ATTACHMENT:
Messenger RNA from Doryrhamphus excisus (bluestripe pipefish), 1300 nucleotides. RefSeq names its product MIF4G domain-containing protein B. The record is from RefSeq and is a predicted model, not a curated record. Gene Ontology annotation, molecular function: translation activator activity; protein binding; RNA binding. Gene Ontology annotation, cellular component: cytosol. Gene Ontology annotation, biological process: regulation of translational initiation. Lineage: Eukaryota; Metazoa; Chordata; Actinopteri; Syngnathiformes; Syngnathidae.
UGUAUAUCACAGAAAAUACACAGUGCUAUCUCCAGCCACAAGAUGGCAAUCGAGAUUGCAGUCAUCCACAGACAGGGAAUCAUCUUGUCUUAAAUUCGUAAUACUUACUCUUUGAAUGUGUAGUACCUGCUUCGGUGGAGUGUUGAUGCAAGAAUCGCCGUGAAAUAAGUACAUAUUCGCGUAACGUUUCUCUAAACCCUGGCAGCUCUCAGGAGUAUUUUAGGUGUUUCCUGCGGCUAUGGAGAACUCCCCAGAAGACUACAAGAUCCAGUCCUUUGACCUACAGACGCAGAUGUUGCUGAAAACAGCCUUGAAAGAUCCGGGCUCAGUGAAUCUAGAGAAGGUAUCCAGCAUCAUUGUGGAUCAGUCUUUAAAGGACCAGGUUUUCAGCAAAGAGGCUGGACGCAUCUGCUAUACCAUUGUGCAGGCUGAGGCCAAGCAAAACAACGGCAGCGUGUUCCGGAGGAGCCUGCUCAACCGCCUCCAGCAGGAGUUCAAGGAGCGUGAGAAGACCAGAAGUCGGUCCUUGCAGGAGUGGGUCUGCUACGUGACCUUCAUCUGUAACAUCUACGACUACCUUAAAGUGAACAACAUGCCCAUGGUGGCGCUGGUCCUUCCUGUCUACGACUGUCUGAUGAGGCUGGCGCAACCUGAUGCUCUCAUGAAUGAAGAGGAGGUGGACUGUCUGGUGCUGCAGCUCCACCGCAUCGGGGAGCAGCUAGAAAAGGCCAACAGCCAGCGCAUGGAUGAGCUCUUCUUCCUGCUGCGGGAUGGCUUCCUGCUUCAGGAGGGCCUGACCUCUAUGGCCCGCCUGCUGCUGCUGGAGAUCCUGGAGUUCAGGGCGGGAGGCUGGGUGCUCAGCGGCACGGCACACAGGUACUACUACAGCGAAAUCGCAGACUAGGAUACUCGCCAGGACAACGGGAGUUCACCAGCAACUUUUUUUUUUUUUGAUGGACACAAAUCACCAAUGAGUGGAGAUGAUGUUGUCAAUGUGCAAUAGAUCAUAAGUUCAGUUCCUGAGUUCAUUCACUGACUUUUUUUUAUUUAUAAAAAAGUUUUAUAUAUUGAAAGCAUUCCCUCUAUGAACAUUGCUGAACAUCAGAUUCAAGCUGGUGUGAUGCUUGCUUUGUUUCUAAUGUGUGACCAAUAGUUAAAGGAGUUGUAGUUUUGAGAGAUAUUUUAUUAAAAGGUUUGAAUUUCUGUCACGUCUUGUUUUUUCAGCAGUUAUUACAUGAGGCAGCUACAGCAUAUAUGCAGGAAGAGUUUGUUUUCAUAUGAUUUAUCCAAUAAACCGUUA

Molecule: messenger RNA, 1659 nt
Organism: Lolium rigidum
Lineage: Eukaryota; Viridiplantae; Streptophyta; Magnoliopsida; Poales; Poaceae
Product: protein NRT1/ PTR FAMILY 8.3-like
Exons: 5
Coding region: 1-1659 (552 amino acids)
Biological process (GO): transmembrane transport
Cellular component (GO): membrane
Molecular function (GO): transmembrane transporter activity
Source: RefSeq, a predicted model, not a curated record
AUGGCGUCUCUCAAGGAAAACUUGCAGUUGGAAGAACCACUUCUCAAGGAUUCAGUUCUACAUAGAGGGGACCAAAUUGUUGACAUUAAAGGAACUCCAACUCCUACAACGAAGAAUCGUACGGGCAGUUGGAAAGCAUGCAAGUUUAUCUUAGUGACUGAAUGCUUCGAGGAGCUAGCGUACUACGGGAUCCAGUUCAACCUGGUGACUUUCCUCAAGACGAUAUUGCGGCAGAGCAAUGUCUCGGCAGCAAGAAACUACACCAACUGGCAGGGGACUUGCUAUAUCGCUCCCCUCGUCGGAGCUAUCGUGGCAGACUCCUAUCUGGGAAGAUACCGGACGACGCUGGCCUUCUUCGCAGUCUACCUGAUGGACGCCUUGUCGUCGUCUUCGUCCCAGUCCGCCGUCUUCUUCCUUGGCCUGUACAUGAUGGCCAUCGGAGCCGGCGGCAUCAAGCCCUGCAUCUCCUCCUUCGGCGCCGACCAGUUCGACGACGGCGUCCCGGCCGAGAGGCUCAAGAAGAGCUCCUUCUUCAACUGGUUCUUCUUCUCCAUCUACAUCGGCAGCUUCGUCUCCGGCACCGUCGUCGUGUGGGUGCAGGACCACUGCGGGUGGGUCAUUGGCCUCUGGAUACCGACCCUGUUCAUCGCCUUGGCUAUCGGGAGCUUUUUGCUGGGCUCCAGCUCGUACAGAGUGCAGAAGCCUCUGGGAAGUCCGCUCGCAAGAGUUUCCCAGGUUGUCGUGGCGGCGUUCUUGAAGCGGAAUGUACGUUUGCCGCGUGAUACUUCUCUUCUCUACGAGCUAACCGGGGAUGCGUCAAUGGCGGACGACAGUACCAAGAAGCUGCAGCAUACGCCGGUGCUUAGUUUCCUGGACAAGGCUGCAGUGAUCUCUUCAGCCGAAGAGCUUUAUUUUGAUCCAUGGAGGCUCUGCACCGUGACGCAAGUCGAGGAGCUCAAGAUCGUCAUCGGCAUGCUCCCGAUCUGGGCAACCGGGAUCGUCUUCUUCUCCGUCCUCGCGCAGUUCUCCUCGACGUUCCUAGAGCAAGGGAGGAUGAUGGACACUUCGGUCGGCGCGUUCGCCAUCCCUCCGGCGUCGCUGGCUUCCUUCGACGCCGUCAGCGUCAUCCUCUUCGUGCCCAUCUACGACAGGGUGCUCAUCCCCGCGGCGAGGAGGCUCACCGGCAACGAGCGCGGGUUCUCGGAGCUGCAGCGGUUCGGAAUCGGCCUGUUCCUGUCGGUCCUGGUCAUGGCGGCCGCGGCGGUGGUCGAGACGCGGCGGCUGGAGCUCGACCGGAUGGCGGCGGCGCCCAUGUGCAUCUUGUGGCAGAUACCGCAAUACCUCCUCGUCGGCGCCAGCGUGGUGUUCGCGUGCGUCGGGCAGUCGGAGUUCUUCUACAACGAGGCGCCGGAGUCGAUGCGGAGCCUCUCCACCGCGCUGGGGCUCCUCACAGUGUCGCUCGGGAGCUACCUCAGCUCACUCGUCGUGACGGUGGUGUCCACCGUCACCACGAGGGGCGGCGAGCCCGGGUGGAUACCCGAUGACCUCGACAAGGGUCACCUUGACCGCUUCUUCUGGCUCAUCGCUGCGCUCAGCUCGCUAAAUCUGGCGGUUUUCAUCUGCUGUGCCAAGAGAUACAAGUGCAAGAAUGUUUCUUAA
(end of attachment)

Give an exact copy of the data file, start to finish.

Messenger RNA from Doryrhamphus excisus (bluestripe pipefish), 1300 nucleotides. RefSeq names its product MIF4G domain-containing protein B. The record is from RefSeq and is a predicted model, not a curated record. Gene Ontology annotation, molecular function: translation activator activity; protein binding; RNA binding. Gene Ontology annotation, cellular component: cytosol. Gene Ontology annotation, biological process: regulation of translational initiation. Lineage: Eukaryota; Metazoa; Chordata; Actinopteri; Syngnathiformes; Syngnathidae.
UGUAUAUCACAGAAAAUACACAGUGCUAUCUCCAGCCACAAGAUGGCAAUCGAGAUUGCAGUCAUCCACAGACAGGGAAUCAUCUUGUCUUAAAUUCGUAAUACUUACUCUUUGAAUGUGUAGUACCUGCUUCGGUGGAGUGUUGAUGCAAGAAUCGCCGUGAAAUAAGUACAUAUUCGCGUAACGUUUCUCUAAACCCUGGCAGCUCUCAGGAGUAUUUUAGGUGUUUCCUGCGGCUAUGGAGAACUCCCCAGAAGACUACAAGAUCCAGUCCUUUGACCUACAGACGCAGAUGUUGCUGAAAACAGCCUUGAAAGAUCCGGGCUCAGUGAAUCUAGAGAAGGUAUCCAGCAUCAUUGUGGAUCAGUCUUUAAAGGACCAGGUUUUCAGCAAAGAGGCUGGACGCAUCUGCUAUACCAUUGUGCAGGCUGAGGCCAAGCAAAACAACGGCAGCGUGUUCCGGAGGAGCCUGCUCAACCGCCUCCAGCAGGAGUUCAAGGAGCGUGAGAAGACCAGAAGUCGGUCCUUGCAGGAGUGGGUCUGCUACGUGACCUUCAUCUGUAACAUCUACGACUACCUUAAAGUGAACAACAUGCCCAUGGUGGCGCUGGUCCUUCCUGUCUACGACUGUCUGAUGAGGCUGGCGCAACCUGAUGCUCUCAUGAAUGAAGAGGAGGUGGACUGUCUGGUGCUGCAGCUCCACCGCAUCGGGGAGCAGCUAGAAAAGGCCAACAGCCAGCGCAUGGAUGAGCUCUUCUUCCUGCUGCGGGAUGGCUUCCUGCUUCAGGAGGGCCUGACCUCUAUGGCCCGCCUGCUGCUGCUGGAGAUCCUGGAGUUCAGGGCGGGAGGCUGGGUGCUCAGCGGCACGGCACACAGGUACUACUACAGCGAAAUCGCAGACUAGGAUACUCGCCAGGACAACGGGAGUUCACCAGCAACUUUUUUUUUUUUUGAUGGACACAAAUCACCAAUGAGUGGAGAUGAUGUUGUCAAUGUGCAAUAGAUCAUAAGUUCAGUUCCUGAGUUCAUUCACUGACUUUUUUUUAUUUAUAAAAAAGUUUUAUAUAUUGAAAGCAUUCCCUCUAUGAACAUUGCUGAACAUCAGAUUCAAGCUGGUGUGAUGCUUGCUUUGUUUCUAAUGUGUGACCAAUAGUUAAAGGAGUUGUAGUUUUGAGAGAUAUUUUAUUAAAAGGUUUGAAUUUCUGUCACGUCUUGUUUUUUCAGCAGUUAUUACAUGAGGCAGCUACAGCAUAUAUGCAGGAAGAGUUUGUUUUCAUAUGAUUUAUCCAAUAAACCGUUA

Molecule: messenger RNA, 1659 nt
Organism: Lolium rigidum
Lineage: Eukaryota; Viridiplantae; Streptophyta; Magnoliopsida; Poales; Poaceae
Product: protein NRT1/ PTR FAMILY 8.3-like
Exons: 5
Coding region: 1-1659 (552 amino acids)
Biological process (GO): transmembrane transport
Cellular component (GO): membrane
Molecular function (GO): transmembrane transporter activity
Source: RefSeq, a predicted model, not a curated record
AUGGCGUCUCUCAAGGAAAACUUGCAGUUGGAAGAACCACUUCUCAAGGAUUCAGUUCUACAUAGAGGGGACCAAAUUGUUGACAUUAAAGGAACUCCAACUCCUACAACGAAGAAUCGUACGGGCAGUUGGAAAGCAUGCAAGUUUAUCUUAGUGACUGAAUGCUUCGAGGAGCUAGCGUACUACGGGAUCCAGUUCAACCUGGUGACUUUCCUCAAGACGAUAUUGCGGCAGAGCAAUGUCUCGGCAGCAAGAAACUACACCAACUGGCAGGGGACUUGCUAUAUCGCUCCCCUCGUCGGAGCUAUCGUGGCAGACUCCUAUCUGGGAAGAUACCGGACGACGCUGGCCUUCUUCGCAGUCUACCUGAUGGACGCCUUGUCGUCGUCUUCGUCCCAGUCCGCCGUCUUCUUCCUUGGCCUGUACAUGAUGGCCAUCGGAGCCGGCGGCAUCAAGCCCUGCAUCUCCUCCUUCGGCGCCGACCAGUUCGACGACGGCGUCCCGGCCGAGAGGCUCAAGAAGAGCUCCUUCUUCAACUGGUUCUUCUUCUCCAUCUACAUCGGCAGCUUCGUCUCCGGCACCGUCGUCGUGUGGGUGCAGGACCACUGCGGGUGGGUCAUUGGCCUCUGGAUACCGACCCUGUUCAUCGCCUUGGCUAUCGGGAGCUUUUUGCUGGGCUCCAGCUCGUACAGAGUGCAGAAGCCUCUGGGAAGUCCGCUCGCAAGAGUUUCCCAGGUUGUCGUGGCGGCGUUCUUGAAGCGGAAUGUACGUUUGCCGCGUGAUACUUCUCUUCUCUACGAGCUAACCGGGGAUGCGUCAAUGGCGGACGACAGUACCAAGAAGCUGCAGCAUACGCCGGUGCUUAGUUUCCUGGACAAGGCUGCAGUGAUCUCUUCAGCCGAAGAGCUUUAUUUUGAUCCAUGGAGGCUCUGCACCGUGACGCAAGUCGAGGAGCUCAAGAUCGUCAUCGGCAUGCUCCCGAUCUGGGCAACCGGGAUCGUCUUCUUCUCCGUCCUCGCGCAGUUCUCCUCGACGUUCCUAGAGCAAGGGAGGAUGAUGGACACUUCGGUCGGCGCGUUCGCCAUCCCUCCGGCGUCGCUGGCUUCCUUCGACGCCGUCAGCGUCAUCCUCUUCGUGCCCAUCUACGACAGGGUGCUCAUCCCCGCGGCGAGGAGGCUCACCGGCAACGAGCGCGGGUUCUCGGAGCUGCAGCGGUUCGGAAUCGGCCUGUUCCUGUCGGUCCUGGUCAUGGCGGCCGCGGCGGUGGUCGAGACGCGGCGGCUGGAGCUCGACCGGAUGGCGGCGGCGCCCAUGUGCAUCUUGUGGCAGAUACCGCAAUACCUCCUCGUCGGCGCCAGCGUGGUGUUCGCGUGCGUCGGGCAGUCGGAGUUCUUCUACAACGAGGCGCCGGAGUCGAUGCGGAGCCUCUCCACCGCGCUGGGGCUCCUCACAGUGUCGCUCGGGAGCUACCUCAGCUCACUCGUCGUGACGGUGGUGUCCACCGUCACCACGAGGGGCGGCGAGCCCGGGUGGAUACCCGAUGACCUCGACAAGGGUCACCUUGACCGCUUCUUCUGGCUCAUCGCUGCGCUCAGCUCGCUAAAUCUGGCGGUUUUCAUCUGCUGUGCCAAGAGAUACAAGUGCAAGAAUGUUUCUUAA